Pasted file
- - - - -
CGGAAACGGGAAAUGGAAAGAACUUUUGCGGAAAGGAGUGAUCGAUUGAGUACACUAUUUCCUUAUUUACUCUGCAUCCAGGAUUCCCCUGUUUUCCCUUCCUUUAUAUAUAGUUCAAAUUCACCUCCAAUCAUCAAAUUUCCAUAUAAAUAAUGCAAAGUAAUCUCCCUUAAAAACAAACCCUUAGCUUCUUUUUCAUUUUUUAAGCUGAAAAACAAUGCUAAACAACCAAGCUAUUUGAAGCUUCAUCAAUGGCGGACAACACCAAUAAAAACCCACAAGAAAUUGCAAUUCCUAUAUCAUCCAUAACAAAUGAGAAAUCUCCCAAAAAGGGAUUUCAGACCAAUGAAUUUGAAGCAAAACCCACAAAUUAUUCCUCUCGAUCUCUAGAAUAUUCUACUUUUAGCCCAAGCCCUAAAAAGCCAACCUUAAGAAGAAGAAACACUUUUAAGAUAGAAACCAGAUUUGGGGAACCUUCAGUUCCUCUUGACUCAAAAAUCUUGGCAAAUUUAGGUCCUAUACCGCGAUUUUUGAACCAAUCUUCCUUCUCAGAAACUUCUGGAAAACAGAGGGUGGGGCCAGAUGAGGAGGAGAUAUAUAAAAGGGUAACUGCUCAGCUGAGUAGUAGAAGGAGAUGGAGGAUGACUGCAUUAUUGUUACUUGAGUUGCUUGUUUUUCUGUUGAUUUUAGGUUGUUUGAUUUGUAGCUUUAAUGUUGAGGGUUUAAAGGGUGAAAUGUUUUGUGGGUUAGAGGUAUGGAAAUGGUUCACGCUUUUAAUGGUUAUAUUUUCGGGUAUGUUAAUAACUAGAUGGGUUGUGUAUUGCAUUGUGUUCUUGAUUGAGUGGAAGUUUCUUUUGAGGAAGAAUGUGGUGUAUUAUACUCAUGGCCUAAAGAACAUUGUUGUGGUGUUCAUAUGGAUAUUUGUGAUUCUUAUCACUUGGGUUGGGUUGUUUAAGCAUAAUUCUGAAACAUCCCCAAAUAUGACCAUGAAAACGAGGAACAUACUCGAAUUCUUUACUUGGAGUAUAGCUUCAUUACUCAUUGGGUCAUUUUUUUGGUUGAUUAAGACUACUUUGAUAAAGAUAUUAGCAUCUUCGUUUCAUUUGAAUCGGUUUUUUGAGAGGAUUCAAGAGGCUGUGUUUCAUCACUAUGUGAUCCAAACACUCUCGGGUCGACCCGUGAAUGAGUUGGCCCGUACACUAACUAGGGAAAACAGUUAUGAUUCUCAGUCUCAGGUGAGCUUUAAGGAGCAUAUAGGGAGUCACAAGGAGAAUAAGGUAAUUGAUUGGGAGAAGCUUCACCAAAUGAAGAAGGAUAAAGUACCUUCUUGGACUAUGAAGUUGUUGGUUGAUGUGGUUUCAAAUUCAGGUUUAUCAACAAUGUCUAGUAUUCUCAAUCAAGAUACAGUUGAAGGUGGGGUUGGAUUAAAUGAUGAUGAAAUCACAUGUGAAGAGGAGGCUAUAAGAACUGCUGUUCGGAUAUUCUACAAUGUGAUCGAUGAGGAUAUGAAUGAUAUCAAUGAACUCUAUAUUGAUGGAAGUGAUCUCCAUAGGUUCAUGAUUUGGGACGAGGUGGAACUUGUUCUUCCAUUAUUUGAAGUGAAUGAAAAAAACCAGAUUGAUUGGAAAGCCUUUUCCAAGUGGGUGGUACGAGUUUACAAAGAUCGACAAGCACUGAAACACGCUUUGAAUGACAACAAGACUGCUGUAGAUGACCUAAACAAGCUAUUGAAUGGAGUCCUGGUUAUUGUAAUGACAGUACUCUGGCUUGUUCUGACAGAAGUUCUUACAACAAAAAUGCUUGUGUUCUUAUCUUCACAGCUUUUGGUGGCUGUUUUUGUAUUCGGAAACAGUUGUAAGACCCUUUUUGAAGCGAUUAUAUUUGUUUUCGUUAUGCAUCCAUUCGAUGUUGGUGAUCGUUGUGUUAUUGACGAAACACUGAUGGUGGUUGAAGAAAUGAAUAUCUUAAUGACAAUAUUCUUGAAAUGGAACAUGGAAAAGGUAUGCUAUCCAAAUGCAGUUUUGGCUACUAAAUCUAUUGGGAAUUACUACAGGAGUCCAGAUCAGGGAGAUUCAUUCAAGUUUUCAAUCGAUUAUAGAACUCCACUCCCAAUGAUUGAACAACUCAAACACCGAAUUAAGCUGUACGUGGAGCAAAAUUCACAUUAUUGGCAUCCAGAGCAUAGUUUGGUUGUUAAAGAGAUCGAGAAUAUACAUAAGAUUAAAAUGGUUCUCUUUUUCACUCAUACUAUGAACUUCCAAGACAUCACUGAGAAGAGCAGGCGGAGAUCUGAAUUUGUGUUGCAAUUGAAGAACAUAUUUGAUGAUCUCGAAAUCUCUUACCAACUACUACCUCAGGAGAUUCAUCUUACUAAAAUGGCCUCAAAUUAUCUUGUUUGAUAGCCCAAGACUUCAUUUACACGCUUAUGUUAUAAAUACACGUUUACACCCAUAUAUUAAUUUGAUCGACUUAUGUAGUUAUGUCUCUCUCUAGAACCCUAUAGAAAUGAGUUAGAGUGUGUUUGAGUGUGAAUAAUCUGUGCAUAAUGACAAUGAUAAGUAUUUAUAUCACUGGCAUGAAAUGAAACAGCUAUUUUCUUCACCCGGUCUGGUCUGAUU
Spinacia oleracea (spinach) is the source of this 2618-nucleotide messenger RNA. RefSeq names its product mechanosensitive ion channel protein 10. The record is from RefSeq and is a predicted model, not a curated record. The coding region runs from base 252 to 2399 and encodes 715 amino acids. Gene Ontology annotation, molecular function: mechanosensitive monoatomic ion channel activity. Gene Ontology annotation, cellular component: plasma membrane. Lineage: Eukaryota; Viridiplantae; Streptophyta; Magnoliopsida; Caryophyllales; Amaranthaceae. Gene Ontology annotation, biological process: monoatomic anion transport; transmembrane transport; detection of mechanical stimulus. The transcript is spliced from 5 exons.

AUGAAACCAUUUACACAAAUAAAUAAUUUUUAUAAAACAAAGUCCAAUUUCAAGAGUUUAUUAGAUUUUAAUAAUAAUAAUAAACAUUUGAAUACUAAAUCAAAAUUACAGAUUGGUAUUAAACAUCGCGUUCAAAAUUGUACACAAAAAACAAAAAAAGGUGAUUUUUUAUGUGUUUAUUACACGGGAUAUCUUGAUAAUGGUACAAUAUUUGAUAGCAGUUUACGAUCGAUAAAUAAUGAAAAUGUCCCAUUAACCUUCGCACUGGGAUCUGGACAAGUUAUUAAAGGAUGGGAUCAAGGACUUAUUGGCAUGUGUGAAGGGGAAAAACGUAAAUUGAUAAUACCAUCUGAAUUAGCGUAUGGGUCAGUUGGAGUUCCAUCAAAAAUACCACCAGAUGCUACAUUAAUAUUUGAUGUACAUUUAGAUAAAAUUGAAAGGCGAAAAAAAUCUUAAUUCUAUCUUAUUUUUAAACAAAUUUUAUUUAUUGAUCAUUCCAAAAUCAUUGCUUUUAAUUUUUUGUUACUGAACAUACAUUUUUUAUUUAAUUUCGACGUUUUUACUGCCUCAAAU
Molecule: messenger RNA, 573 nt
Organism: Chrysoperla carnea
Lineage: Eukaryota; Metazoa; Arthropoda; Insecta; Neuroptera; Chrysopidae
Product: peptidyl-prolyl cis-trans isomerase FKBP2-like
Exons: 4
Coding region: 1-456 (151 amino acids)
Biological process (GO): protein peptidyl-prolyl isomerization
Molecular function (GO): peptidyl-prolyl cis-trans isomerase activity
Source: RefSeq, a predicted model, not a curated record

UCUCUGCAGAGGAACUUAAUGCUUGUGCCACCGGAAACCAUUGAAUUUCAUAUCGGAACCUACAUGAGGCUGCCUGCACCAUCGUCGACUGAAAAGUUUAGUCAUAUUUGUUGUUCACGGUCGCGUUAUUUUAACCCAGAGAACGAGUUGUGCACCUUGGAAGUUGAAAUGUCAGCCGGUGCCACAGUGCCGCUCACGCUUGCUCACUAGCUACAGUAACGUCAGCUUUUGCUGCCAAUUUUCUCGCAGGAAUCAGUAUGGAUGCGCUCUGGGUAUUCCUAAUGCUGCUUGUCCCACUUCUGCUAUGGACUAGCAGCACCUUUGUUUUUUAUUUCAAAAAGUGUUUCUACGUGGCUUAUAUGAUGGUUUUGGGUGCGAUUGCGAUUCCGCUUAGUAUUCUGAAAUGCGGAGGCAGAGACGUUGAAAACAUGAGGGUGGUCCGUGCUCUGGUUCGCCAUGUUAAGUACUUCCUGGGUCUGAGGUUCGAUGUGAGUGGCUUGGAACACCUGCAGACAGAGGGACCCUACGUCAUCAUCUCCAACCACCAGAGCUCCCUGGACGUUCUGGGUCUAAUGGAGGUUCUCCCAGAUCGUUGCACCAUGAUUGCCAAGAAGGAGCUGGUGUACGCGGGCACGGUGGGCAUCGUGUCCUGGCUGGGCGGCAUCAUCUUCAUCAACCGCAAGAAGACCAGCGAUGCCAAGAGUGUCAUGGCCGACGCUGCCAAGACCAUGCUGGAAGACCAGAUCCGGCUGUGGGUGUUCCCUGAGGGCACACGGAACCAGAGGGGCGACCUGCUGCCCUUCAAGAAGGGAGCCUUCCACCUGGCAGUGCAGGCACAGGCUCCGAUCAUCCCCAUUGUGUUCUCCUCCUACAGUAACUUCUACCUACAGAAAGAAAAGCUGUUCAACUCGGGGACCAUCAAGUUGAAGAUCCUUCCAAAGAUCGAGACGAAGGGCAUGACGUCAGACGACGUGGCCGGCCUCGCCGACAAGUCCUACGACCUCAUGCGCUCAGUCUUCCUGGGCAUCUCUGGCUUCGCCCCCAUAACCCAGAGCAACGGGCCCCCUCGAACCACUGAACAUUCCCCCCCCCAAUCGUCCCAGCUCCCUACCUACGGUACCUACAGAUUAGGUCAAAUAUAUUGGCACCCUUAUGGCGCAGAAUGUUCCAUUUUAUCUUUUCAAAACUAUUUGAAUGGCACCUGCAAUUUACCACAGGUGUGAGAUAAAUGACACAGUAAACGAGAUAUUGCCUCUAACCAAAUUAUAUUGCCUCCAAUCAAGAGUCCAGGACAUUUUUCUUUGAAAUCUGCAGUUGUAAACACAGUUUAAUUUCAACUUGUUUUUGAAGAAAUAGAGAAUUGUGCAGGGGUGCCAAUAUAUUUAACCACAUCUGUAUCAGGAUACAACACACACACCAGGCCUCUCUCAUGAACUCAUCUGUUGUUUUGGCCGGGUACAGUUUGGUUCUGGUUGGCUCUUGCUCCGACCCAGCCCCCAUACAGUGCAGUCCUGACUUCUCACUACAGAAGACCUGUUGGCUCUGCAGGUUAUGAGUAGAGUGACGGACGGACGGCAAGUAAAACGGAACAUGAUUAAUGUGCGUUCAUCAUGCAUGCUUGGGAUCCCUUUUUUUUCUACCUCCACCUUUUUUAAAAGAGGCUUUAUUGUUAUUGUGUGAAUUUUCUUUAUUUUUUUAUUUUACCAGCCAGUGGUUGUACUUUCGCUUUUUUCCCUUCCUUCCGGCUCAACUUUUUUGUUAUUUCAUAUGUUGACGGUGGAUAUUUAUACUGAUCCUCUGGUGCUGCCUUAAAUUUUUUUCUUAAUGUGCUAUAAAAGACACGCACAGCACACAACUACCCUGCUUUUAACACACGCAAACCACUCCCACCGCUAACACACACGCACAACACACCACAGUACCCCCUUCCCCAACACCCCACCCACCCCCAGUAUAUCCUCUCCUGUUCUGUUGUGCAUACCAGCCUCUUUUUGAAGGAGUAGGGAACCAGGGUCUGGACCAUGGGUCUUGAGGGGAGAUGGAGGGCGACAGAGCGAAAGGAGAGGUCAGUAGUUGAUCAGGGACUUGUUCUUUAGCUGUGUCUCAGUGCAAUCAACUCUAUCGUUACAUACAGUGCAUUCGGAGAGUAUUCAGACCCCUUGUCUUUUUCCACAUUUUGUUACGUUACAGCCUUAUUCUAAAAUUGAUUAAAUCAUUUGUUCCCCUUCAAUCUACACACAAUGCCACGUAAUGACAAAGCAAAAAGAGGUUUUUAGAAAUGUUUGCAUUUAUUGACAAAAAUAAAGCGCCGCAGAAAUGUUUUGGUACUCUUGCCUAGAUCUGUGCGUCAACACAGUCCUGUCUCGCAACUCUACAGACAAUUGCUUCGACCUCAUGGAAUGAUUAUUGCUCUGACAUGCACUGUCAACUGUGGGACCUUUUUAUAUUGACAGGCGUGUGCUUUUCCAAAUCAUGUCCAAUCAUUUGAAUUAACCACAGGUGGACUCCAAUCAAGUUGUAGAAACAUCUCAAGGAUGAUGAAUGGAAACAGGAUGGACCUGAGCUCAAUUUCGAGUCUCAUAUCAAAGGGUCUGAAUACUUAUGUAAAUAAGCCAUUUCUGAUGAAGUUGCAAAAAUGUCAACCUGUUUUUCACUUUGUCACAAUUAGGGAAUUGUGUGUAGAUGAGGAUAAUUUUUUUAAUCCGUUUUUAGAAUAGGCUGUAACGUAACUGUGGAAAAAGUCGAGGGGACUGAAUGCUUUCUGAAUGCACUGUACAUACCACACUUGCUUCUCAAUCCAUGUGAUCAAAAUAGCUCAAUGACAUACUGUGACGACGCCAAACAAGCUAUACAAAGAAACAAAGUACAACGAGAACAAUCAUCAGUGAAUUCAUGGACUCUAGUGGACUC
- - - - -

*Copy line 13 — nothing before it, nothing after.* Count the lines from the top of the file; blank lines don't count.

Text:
UCUCUGCAGAGGAACUUAAUGCUUGUGCCACCGGAAACCAUUGAAUUUCAUAUCGGAACCUACAUGAGGCUGCCUGCACCAUCGUCGACUGAAAAGUUUAGUCAUAUUUGUUGUUCACGGUCGCGUUAUUUUAACCCAGAGAACGAGUUGUGCACCUUGGAAGUUGAAAUGUCAGCCGGUGCCACAGUGCCGCUCACGCUUGCUCACUAGCUACAGUAACGUCAGCUUUUGCUGCCAAUUUUCUCGCAGGAAUCAGUAUGGAUGCGCUCUGGGUAUUCCUAAUGCUGCUUGUCCCACUUCUGCUAUGGACUAGCAGCACCUUUGUUUUUUAUUUCAAAAAGUGUUUCUACGUGGCUUAUAUGAUGGUUUUGGGUGCGAUUGCGAUUCCGCUUAGUAUUCUGAAAUGCGGAGGCAGAGACGUUGAAAACAUGAGGGUGGUCCGUGCUCUGGUUCGCCAUGUUAAGUACUUCCUGGGUCUGAGGUUCGAUGUGAGUGGCUUGGAACACCUGCAGACAGAGGGACCCUACGUCAUCAUCUCCAACCACCAGAGCUCCCUGGACGUUCUGGGUCUAAUGGAGGUUCUCCCAGAUCGUUGCACCAUGAUUGCCAAGAAGGAGCUGGUGUACGCGGGCACGGUGGGCAUCGUGUCCUGGCUGGGCGGCAUCAUCUUCAUCAACCGCAAGAAGACCAGCGAUGCCAAGAGUGUCAUGGCCGACGCUGCCAAGACCAUGCUGGAAGACCAGAUCCGGCUGUGGGUGUUCCCUGAGGGCACACGGAACCAGAGGGGCGACCUGCUGCCCUUCAAGAAGGGAGCCUUCCACCUGGCAGUGCAGGCACAGGCUCCGAUCAUCCCCAUUGUGUUCUCCUCCUACAGUAACUUCUACCUACAGAAAGAAAAGCUGUUCAACUCGGGGACCAUCAAGUUGAAGAUCCUUCCAAAGAUCGAGACGAAGGGCAUGACGUCAGACGACGUGGCCGGCCUCGCCGACAAGUCCUACGACCUCAUGCGCUCAGUCUUCCUGGGCAUCUCUGGCUUCGCCCCCAUAACCCAGAGCAACGGGCCCCCUCGAACCACUGAACAUUCCCCCCCCCAAUCGUCCCAGCUCCCUACCUACGGUACCUACAGAUUAGGUCAAAUAUAUUGGCACCCUUAUGGCGCAGAAUGUUCCAUUUUAUCUUUUCAAAACUAUUUGAAUGGCACCUGCAAUUUACCACAGGUGUGAGAUAAAUGACACAGUAAACGAGAUAUUGCCUCUAACCAAAUUAUAUUGCCUCCAAUCAAGAGUCCAGGACAUUUUUCUUUGAAAUCUGCAGUUGUAAACACAGUUUAAUUUCAACUUGUUUUUGAAGAAAUAGAGAAUUGUGCAGGGGUGCCAAUAUAUUUAACCACAUCUGUAUCAGGAUACAACACACACACCAGGCCUCUCUCAUGAACUCAUCUGUUGUUUUGGCCGGGUACAGUUUGGUUCUGGUUGGCUCUUGCUCCGACCCAGCCCCCAUACAGUGCAGUCCUGACUUCUCACUACAGAAGACCUGUUGGCUCUGCAGGUUAUGAGUAGAGUGACGGACGGACGGCAAGUAAAACGGAACAUGAUUAAUGUGCGUUCAUCAUGCAUGCUUGGGAUCCCUUUUUUUUCUACCUCCACCUUUUUUAAAAGAGGCUUUAUUGUUAUUGUGUGAAUUUUCUUUAUUUUUUUAUUUUACCAGCCAGUGGUUGUACUUUCGCUUUUUUCCCUUCCUUCCGGCUCAACUUUUUUGUUAUUUCAUAUGUUGACGGUGGAUAUUUAUACUGAUCCUCUGGUGCUGCCUUAAAUUUUUUUCUUAAUGUGCUAUAAAAGACACGCACAGCACACAACUACCCUGCUUUUAACACACGCAAACCACUCCCACCGCUAACACACACGCACAACACACCACAGUACCCCCUUCCCCAACACCCCACCCACCCCCAGUAUAUCCUCUCCUGUUCUGUUGUGCAUACCAGCCUCUUUUUGAAGGAGUAGGGAACCAGGGUCUGGACCAUGGGUCUUGAGGGGAGAUGGAGGGCGACAGAGCGAAAGGAGAGGUCAGUAGUUGAUCAGGGACUUGUUCUUUAGCUGUGUCUCAGUGCAAUCAACUCUAUCGUUACAUACAGUGCAUUCGGAGAGUAUUCAGACCCCUUGUCUUUUUCCACAUUUUGUUACGUUACAGCCUUAUUCUAAAAUUGAUUAAAUCAUUUGUUCCCCUUCAAUCUACACACAAUGCCACGUAAUGACAAAGCAAAAAGAGGUUUUUAGAAAUGUUUGCAUUUAUUGACAAAAAUAAAGCGCCGCAGAAAUGUUUUGGUACUCUUGCCUAGAUCUGUGCGUCAACACAGUCCUGUCUCGCAACUCUACAGACAAUUGCUUCGACCUCAUGGAAUGAUUAUUGCUCUGACAUGCACUGUCAACUGUGGGACCUUUUUAUAUUGACAGGCGUGUGCUUUUCCAAAUCAUGUCCAAUCAUUUGAAUUAACCACAGGUGGACUCCAAUCAAGUUGUAGAAACAUCUCAAGGAUGAUGAAUGGAAACAGGAUGGACCUGAGCUCAAUUUCGAGUCUCAUAUCAAAGGGUCUGAAUACUUAUGUAAAUAAGCCAUUUCUGAUGAAGUUGCAAAAAUGUCAACCUGUUUUUCACUUUGUCACAAUUAGGGAAUUGUGUGUAGAUGAGGAUAAUUUUUUUAAUCCGUUUUUAGAAUAGGCUGUAACGUAACUGUGGAAAAAGUCGAGGGGACUGAAUGCUUUCUGAAUGCACUGUACAUACCACACUUGCUUCUCAAUCCAUGUGAUCAAAAUAGCUCAAUGACAUACUGUGACGACGCCAAACAAGCUAUACAAAGAAACAAAGUACAACGAGAACAAUCAUCAGUGAAUUCAUGGACUCUAGUGGACUC